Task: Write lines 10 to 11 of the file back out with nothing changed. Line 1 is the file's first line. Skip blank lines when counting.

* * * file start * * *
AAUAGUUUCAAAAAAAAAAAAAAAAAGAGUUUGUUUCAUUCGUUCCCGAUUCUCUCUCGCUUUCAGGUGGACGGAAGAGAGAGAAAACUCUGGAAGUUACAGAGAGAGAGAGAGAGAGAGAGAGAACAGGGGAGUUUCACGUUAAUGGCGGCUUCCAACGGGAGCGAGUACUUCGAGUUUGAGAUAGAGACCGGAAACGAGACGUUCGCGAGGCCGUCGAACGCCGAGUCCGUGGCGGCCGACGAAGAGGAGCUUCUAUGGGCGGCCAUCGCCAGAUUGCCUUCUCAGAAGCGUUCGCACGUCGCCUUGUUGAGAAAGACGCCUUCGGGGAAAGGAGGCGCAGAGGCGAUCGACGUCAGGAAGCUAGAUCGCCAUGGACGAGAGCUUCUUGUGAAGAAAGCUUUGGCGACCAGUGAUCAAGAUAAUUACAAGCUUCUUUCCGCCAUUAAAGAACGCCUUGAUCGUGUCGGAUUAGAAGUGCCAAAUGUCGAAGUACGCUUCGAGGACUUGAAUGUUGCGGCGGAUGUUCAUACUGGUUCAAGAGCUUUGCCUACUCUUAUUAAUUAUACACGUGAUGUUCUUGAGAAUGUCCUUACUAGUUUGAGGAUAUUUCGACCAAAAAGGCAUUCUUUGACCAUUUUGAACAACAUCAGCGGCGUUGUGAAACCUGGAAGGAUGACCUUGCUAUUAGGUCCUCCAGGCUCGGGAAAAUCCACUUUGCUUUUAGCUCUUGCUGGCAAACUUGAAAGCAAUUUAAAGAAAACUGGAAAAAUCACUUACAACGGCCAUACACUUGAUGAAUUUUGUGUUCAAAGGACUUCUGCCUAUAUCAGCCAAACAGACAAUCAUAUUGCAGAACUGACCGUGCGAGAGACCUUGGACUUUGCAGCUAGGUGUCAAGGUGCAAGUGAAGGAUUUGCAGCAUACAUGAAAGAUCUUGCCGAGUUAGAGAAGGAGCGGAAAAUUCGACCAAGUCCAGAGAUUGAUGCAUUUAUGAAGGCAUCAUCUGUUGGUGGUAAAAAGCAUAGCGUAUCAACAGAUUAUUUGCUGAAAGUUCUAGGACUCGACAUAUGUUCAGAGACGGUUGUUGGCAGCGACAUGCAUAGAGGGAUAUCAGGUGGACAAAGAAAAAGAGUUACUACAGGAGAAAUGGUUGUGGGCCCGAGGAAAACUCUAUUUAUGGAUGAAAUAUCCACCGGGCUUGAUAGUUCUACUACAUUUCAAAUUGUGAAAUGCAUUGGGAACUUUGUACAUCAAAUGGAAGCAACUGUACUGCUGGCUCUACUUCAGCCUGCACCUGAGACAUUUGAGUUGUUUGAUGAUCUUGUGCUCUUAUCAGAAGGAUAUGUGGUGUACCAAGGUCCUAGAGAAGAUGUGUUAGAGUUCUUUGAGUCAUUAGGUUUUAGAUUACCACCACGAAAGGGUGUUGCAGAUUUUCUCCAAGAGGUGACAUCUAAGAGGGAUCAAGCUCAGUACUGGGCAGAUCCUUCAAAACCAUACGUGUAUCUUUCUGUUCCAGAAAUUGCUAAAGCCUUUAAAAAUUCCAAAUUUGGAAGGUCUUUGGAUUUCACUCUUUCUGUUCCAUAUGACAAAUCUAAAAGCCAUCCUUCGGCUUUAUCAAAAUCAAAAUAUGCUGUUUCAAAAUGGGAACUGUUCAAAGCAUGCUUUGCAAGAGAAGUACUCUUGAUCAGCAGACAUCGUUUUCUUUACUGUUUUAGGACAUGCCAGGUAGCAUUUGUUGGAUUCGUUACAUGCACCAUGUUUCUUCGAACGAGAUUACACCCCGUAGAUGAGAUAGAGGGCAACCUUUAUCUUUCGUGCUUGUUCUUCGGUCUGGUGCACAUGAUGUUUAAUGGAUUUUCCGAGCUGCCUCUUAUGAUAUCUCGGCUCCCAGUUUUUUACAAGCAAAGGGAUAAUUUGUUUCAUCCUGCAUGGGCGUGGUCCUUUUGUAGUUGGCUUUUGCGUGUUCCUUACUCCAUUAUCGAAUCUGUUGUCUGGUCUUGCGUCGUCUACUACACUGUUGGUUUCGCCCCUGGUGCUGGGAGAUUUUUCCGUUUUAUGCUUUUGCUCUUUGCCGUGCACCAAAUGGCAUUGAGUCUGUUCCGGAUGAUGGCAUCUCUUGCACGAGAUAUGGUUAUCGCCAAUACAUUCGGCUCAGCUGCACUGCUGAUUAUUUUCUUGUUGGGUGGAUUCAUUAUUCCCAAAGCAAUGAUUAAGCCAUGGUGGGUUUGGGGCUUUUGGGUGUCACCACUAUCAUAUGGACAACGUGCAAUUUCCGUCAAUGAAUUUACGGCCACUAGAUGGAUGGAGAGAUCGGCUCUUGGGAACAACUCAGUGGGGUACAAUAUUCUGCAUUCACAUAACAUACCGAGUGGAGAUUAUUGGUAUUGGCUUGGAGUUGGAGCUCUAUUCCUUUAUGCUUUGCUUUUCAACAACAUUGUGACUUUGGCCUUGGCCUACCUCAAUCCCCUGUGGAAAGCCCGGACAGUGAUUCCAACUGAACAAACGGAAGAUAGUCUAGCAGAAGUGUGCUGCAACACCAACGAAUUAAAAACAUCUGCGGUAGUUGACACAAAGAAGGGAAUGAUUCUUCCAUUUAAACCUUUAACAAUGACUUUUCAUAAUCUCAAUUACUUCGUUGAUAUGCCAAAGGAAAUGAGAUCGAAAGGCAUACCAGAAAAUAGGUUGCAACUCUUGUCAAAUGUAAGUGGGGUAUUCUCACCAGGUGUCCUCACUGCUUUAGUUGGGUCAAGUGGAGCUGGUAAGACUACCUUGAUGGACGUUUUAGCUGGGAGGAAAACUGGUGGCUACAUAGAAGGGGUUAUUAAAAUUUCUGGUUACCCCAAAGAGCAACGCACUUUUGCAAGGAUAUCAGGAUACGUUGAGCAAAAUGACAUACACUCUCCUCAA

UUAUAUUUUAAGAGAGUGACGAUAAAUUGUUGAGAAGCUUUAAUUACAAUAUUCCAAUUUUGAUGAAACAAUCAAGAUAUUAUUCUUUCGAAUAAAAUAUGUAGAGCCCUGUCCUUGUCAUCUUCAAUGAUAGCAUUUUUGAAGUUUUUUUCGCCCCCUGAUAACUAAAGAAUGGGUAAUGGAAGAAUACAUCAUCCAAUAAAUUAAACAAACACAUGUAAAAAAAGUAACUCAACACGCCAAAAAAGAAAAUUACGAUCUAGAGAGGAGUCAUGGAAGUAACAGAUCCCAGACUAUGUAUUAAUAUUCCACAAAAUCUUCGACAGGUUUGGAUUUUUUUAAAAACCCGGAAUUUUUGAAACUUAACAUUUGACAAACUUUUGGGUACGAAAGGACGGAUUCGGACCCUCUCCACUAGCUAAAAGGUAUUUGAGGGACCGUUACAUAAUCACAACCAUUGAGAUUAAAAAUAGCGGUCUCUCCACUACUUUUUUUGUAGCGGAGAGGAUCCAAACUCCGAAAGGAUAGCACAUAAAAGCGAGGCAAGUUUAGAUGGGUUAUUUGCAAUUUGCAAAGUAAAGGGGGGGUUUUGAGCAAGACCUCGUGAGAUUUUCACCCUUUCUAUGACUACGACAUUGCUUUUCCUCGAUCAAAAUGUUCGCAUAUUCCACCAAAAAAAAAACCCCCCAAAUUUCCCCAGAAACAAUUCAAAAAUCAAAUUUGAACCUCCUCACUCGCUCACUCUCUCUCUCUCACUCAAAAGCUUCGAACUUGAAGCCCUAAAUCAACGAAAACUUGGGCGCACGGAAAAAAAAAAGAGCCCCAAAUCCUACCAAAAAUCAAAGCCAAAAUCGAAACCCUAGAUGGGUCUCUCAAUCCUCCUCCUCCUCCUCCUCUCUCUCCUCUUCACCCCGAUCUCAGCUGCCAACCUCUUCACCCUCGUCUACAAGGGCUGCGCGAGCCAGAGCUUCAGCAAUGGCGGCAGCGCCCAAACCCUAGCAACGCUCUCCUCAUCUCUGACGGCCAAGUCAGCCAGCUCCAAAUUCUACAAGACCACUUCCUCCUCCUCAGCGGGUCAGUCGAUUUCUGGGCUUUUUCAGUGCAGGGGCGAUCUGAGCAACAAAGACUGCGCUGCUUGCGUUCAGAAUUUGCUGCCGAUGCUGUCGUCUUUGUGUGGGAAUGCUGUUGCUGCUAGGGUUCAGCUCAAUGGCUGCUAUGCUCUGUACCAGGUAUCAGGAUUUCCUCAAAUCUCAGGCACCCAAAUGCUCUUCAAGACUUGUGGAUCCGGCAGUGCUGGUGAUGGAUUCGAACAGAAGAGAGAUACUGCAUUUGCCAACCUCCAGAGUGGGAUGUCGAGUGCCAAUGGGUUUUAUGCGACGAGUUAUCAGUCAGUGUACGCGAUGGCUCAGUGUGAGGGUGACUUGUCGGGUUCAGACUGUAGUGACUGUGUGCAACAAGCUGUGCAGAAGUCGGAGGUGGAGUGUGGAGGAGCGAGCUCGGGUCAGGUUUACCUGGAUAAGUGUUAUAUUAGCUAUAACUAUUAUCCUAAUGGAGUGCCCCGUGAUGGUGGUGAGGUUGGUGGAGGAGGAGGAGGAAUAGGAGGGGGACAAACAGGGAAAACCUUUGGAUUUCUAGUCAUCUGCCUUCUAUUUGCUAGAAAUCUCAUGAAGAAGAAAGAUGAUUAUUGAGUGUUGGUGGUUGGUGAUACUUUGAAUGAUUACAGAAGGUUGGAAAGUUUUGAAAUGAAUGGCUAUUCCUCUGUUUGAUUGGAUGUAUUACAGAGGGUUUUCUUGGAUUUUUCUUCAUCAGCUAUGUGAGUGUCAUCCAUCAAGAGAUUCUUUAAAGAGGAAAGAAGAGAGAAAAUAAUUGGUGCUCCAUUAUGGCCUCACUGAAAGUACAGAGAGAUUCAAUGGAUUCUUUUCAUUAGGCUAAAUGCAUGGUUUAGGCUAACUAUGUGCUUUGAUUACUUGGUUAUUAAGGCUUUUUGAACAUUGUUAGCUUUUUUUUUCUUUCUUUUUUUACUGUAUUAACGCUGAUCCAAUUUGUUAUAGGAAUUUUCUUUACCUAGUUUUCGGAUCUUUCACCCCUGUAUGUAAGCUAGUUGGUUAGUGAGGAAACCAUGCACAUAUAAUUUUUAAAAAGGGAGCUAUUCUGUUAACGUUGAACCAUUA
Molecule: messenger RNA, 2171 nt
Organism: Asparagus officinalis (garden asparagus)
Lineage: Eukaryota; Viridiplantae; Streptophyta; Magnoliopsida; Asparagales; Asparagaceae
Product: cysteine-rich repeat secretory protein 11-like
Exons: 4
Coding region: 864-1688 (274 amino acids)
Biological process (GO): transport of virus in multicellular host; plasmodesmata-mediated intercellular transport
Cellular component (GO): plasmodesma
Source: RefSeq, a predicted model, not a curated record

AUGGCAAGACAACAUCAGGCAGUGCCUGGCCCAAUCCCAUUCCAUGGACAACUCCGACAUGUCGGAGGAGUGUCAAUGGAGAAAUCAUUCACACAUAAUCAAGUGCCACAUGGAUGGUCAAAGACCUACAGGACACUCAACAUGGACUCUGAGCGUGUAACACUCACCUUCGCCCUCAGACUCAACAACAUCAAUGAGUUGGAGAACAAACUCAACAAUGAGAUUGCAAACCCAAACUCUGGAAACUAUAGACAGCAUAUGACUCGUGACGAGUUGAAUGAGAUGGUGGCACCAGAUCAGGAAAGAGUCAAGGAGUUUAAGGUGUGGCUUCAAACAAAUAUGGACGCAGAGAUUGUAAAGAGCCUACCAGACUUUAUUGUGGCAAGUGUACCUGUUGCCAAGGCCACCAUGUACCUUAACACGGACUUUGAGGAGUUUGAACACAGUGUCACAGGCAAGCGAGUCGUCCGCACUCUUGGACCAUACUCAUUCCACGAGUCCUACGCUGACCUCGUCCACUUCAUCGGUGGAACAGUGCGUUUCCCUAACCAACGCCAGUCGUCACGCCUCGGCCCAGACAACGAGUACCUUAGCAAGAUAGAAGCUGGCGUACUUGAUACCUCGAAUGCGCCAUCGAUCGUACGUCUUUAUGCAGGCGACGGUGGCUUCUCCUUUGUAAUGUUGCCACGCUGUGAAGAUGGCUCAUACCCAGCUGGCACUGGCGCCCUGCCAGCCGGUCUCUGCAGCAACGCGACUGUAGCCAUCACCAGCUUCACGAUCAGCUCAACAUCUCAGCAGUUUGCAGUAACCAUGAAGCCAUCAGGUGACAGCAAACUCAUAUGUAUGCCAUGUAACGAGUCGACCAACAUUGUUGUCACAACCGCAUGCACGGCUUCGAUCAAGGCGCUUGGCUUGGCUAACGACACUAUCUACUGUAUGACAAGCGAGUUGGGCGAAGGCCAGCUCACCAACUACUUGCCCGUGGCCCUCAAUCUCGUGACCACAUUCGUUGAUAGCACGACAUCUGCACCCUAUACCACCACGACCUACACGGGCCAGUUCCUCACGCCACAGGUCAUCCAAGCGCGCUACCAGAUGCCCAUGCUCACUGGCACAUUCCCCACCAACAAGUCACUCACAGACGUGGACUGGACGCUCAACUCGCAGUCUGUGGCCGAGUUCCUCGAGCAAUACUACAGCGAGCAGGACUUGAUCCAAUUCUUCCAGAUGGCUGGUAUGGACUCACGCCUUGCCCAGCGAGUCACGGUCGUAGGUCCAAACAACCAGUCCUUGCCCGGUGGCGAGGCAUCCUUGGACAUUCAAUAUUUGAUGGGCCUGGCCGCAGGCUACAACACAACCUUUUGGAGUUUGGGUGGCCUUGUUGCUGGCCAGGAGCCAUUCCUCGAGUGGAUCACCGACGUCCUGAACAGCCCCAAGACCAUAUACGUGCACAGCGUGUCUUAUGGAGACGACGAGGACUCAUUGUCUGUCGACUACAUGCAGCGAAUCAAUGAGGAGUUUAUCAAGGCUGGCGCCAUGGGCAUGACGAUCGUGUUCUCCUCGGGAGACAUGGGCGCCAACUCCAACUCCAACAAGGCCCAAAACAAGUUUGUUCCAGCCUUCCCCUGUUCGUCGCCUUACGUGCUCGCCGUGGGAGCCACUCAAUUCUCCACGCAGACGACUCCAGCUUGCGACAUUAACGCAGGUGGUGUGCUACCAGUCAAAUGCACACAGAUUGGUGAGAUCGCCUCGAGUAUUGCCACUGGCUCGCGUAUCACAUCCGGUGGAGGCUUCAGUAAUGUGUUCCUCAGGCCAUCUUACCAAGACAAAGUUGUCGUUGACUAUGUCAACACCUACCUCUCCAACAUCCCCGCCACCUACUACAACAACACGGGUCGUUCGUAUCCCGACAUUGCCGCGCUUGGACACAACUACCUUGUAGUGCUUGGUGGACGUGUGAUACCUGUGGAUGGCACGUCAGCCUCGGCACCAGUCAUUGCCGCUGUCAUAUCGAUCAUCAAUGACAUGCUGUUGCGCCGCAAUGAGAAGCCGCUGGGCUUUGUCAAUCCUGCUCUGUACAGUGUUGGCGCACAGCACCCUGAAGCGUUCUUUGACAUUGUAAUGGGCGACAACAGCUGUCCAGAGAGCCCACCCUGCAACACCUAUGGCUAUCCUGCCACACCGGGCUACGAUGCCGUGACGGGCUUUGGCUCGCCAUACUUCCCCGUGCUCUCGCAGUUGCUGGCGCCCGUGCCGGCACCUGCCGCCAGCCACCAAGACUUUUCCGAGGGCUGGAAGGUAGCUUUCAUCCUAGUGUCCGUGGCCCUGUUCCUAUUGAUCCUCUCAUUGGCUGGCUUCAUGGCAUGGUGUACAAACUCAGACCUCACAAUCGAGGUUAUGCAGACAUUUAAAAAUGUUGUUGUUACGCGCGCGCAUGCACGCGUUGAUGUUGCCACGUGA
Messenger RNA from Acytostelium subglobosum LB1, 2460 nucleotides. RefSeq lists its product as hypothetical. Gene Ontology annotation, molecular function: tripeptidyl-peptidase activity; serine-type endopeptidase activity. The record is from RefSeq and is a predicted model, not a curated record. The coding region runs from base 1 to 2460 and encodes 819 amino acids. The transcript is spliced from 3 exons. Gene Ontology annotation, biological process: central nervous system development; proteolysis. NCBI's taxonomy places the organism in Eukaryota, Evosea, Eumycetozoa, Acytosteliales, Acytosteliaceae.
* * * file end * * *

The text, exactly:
Cellular component (GO): plasmodesma
Source: RefSeq, a predicted model, not a curated record